Parents who avoid weight management initiatives, ignore advice and guidance from professionals and fail to help their child eat and exercise properly could make them guilty of neglect.
Though experts at the UCL Institute of Child Health in London say that weight itself is not a reason for authorities to get involved, they have suggested it may be appropriate to consider the child protection register if the parents consistently fail to adopt suggested changes to the family’s lifestyle and will not actively participate in outside help.
In an article featured in the British Medical Journal, UCL highlighted how if a parent fails to provide their children with treatment for a chronic illness such as diabetes, this is classed as a form of neglect and grounds for a child protection registration.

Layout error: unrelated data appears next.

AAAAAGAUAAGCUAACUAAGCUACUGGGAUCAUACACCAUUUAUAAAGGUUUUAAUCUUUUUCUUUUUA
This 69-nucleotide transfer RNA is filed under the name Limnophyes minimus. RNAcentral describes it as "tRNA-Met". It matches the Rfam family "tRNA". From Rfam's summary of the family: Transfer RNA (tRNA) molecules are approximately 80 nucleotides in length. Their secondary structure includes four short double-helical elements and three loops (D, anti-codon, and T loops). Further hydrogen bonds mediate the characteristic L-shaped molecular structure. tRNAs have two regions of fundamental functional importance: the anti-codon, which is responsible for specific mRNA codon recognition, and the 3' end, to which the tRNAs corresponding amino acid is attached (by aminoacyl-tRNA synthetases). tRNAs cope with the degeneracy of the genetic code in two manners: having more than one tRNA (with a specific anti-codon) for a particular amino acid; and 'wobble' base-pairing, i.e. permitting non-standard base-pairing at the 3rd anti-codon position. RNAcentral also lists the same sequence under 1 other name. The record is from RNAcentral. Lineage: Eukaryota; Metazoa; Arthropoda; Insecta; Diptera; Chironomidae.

This could involve not turning up to appointments or failing to get involved with healthcare staff or various other professionals.
Dr Russell Viner of UCL has said he and his colleagues plan to review all of the evidence to search for a link between neglect and childhood obesity as currently no guidelines exist for professionals.
On the opposing side many are saying removing children from their parents may only make matters worse, as studies have found that 37% of children in care were overweight or obese with half having put on the weight after being put into care.
Viner has said that before a child would be put on the register there would have to be clear evidence over a sustained period that parents were not complying with a treatment plan.